The 2020s have been the era of sequels and remakes, with some of the biggest box office hits being sequels like Avatar: The Way of Water and Spider-Man: No Way Home. This was an extremely rare occurrence in the 1980s. Typically, sequels were lower-budget versions of a successful first film and a studio’s way of grabbing at all the money they possibly could. Though this wasn’t necessarily the case for the Back to the Future franchise, audiences would be naturally distrustful of sequels. It’s why Marty’s story and other 1980s movie franchises have done better in the age of streaming than during their initial releases.

3 Back To The Future Part 2 Missed The Love Story (Then Part 3 Overdid It)

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The first Back to the Future movie had several layers of romance. On one hand, Marty was eager throughout to make it back to his girlfriend, Jennifer. Then, there was the romance between Marty’s parents, which he had come to see through a different light (after being a part of its inception). The love stories made sense for the plot and weren’t layered too thick. Unfortuantely, Part 2 threw this out the window, with Jennifer and Marty’s chemistry taken down to almost nothing. Then, in Back to the Future Part 3, the focus was entirely on Doc’s romance with Clara—something that quickly became more annoying than entertaining.

2 Back To The Future Part 2 Demanded More Special Effects

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Since the first Back to the Future movie saw Marty return to a “simpler” time, there was no need for much work in special effects. Sure, the McFlys wore heavy aging-up makeup in 1985, but since most of the film took place in 1955, where the characters matched the actors’ ages, it worked fine. In Back to the Future Part 2, however, the need for more special effects was baked right into the plot. The film needed to demonstrate the advanced technology of 2015, but doing this with 1980s CGI wasn’t believable (especially now). Then, the aging-up makeup for Michael J. Fox and the other young actors was positively a mess.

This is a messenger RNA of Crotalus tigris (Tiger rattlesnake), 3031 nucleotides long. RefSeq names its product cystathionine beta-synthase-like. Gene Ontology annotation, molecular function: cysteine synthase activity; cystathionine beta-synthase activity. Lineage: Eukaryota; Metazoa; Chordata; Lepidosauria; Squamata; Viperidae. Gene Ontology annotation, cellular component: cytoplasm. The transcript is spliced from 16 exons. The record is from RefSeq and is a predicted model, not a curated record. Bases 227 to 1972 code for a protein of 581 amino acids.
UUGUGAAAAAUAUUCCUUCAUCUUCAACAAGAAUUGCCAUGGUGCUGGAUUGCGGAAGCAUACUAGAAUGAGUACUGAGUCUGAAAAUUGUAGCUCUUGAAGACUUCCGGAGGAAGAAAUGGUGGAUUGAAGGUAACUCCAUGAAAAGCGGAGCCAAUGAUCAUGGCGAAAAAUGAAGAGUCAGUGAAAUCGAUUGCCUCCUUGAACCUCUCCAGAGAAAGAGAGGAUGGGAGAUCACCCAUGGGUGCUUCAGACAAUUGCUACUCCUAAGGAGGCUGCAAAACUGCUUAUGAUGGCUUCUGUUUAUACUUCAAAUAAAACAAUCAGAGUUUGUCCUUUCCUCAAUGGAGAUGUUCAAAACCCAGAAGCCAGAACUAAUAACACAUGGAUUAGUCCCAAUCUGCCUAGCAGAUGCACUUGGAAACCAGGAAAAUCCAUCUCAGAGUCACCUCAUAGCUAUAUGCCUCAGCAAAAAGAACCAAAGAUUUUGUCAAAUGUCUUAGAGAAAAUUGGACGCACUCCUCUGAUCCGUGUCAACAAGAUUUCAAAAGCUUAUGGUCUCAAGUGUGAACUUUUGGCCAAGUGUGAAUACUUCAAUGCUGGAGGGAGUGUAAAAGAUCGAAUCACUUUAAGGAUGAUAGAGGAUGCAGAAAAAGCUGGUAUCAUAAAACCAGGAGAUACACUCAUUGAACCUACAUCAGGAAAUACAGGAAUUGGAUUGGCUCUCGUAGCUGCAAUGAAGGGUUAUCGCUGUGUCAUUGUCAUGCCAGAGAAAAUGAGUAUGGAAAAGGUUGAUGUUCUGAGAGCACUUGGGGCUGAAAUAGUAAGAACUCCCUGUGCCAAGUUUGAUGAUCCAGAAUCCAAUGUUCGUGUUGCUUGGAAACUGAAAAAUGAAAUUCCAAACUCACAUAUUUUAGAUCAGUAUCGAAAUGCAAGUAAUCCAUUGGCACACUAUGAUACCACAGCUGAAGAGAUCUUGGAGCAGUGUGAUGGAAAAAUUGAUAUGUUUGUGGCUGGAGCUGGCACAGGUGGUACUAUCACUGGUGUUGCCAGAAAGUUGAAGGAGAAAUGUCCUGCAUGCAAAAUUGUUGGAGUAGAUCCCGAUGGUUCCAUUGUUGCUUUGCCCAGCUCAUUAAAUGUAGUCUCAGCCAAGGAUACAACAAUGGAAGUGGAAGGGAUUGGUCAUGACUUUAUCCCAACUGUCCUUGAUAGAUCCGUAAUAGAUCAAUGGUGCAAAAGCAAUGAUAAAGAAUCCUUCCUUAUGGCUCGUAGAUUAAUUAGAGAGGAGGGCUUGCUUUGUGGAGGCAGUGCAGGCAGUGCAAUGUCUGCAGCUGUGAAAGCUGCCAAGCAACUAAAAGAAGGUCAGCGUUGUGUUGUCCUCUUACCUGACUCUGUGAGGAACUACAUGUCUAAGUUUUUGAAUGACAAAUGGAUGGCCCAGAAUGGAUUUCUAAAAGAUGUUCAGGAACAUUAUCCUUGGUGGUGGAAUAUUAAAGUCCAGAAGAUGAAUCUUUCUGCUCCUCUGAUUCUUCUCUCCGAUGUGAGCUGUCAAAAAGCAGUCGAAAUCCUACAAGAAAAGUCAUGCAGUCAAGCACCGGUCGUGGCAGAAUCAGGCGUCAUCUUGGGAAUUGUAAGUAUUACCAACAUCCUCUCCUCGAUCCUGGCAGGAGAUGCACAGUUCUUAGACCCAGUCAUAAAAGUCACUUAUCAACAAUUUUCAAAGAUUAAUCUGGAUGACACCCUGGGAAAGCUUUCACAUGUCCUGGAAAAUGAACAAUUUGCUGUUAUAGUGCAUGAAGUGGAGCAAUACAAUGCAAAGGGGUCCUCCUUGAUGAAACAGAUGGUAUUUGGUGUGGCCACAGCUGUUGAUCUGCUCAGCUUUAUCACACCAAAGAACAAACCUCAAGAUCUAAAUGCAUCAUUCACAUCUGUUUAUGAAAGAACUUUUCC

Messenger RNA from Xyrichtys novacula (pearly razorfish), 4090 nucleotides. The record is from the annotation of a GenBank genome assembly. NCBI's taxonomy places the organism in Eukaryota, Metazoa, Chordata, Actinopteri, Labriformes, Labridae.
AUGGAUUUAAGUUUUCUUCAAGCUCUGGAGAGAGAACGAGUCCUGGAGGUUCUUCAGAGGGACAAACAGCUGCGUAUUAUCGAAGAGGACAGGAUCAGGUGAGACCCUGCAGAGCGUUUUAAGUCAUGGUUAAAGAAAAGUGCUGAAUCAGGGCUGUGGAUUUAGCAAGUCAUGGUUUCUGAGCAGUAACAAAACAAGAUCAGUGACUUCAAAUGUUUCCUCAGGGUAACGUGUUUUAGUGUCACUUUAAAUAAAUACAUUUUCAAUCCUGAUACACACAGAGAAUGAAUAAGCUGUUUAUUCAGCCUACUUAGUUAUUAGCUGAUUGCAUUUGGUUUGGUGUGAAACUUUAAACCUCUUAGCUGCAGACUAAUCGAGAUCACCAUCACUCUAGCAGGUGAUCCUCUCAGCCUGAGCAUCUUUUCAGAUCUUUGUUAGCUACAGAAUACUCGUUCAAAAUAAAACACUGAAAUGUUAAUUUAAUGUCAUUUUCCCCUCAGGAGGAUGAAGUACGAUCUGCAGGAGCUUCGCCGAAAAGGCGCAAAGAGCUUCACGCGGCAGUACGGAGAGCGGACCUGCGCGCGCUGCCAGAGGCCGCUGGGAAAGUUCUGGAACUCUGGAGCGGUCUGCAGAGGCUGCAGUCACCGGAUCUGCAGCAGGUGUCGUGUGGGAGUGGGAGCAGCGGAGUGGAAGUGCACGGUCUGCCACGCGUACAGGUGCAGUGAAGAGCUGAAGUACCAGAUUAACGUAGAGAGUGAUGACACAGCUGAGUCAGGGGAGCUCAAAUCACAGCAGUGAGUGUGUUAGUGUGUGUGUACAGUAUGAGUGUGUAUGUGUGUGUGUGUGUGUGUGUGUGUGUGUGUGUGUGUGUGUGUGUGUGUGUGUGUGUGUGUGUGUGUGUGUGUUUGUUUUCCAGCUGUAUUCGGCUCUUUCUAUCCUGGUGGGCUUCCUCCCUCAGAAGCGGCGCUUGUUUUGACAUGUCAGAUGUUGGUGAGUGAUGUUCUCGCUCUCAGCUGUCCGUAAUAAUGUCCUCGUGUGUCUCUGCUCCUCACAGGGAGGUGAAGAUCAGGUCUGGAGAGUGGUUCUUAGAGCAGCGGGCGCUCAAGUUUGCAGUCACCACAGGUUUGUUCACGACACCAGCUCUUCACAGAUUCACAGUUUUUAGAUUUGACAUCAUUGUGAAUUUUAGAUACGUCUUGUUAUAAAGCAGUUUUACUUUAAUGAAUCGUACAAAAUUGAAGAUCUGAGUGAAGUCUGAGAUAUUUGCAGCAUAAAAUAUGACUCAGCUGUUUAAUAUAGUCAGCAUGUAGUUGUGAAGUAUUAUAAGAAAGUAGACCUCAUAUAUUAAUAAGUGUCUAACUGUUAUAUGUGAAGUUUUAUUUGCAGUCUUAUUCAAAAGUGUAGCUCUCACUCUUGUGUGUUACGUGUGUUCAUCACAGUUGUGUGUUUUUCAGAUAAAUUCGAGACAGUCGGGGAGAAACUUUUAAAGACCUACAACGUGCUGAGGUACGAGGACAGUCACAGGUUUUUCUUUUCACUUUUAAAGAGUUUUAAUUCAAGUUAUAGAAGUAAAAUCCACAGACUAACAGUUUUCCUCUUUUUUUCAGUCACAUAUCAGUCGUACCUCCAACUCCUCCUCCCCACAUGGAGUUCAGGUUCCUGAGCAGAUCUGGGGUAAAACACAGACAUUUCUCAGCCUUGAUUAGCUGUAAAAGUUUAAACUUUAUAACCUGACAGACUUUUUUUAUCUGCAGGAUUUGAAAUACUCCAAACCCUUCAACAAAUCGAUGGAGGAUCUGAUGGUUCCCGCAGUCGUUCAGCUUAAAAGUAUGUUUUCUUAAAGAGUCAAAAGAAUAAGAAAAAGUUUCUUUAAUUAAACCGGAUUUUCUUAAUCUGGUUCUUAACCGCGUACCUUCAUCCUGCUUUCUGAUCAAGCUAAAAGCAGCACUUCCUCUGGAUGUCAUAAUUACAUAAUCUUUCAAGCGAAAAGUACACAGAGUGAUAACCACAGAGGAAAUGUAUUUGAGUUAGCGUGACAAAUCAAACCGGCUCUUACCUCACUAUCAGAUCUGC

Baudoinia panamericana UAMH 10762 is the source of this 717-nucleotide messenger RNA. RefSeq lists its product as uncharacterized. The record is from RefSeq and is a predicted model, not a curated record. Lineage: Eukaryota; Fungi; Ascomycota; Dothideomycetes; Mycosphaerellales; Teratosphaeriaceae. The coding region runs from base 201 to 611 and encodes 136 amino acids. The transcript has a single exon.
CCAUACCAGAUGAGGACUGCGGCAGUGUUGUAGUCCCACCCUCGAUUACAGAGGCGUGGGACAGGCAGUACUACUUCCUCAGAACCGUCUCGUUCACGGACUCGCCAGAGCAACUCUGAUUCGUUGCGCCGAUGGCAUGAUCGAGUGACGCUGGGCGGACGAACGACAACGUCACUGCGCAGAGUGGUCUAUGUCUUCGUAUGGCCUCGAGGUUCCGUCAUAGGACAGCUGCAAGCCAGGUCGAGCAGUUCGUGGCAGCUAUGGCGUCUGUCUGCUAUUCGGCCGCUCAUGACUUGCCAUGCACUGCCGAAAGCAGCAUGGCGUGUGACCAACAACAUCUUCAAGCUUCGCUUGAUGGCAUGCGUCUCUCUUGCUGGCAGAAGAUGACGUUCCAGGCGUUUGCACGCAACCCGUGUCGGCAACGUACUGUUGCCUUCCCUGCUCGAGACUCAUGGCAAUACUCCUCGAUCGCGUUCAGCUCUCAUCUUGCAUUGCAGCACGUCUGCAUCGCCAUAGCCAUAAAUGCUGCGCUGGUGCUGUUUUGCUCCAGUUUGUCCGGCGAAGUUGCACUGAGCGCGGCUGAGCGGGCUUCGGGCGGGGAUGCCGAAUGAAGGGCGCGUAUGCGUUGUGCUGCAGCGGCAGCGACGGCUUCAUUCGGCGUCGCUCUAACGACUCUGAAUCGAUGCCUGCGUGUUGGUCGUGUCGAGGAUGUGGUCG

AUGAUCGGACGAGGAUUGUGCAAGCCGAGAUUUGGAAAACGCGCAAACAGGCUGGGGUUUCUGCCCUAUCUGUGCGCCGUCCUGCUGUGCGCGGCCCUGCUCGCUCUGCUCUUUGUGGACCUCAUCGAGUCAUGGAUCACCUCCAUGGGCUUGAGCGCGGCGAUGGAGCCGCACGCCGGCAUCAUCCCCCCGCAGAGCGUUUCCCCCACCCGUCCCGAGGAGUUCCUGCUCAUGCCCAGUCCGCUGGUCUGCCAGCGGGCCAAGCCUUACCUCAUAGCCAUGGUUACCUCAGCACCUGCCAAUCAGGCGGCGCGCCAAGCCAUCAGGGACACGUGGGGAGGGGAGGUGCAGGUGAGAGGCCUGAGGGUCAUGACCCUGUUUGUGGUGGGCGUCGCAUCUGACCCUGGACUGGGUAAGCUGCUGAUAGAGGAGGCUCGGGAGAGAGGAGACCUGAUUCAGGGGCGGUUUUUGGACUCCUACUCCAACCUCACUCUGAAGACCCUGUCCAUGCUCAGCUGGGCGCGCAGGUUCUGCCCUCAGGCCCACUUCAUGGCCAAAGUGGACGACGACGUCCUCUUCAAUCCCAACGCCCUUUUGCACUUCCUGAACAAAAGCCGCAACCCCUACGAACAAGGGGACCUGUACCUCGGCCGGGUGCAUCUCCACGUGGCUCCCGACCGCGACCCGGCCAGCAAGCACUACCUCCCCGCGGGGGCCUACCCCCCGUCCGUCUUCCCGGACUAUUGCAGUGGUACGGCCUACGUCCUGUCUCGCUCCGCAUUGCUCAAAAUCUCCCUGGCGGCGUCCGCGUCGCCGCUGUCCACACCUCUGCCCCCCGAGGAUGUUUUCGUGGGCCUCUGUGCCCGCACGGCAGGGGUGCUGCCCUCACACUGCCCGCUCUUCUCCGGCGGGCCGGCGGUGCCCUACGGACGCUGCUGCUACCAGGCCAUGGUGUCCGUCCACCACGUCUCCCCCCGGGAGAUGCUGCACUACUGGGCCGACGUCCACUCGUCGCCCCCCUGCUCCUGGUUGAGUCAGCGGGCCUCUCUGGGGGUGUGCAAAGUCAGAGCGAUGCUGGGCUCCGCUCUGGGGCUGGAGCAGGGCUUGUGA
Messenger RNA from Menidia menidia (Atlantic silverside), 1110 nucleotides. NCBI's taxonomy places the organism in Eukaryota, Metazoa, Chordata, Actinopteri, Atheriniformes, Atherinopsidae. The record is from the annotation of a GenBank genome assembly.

RELATED: Why A Back To The Future Reboot Should Absolutely Never Happen

1 Back To The Future Wasn’t A Planned Trilogy (& You Can Tell)

Back to the Future Trilogy in Theaters Fall 2015 (1)

The first Back to the Future movie was initially meant to be a standalone film. The ending sequence in which Doc came back from the future with a flying DeLorean was only supposed to be a comical way to end the movie, not a cliffhanger to segue into a sequel. Of course, there are many wonderful things about Back to the Future Part 2 and Back to the Future Part 3, and it’s hard to imagine a world in which Doc and Marty’s story isn’t part of a trilogy. However, the fact that there wasn’t a larger plan in place for the first film is evident when considering the various plot holes and continuity errors. Perhaps if a trilogy had been written beforehand, the Back to the Future sequels would have performed as well as the first film.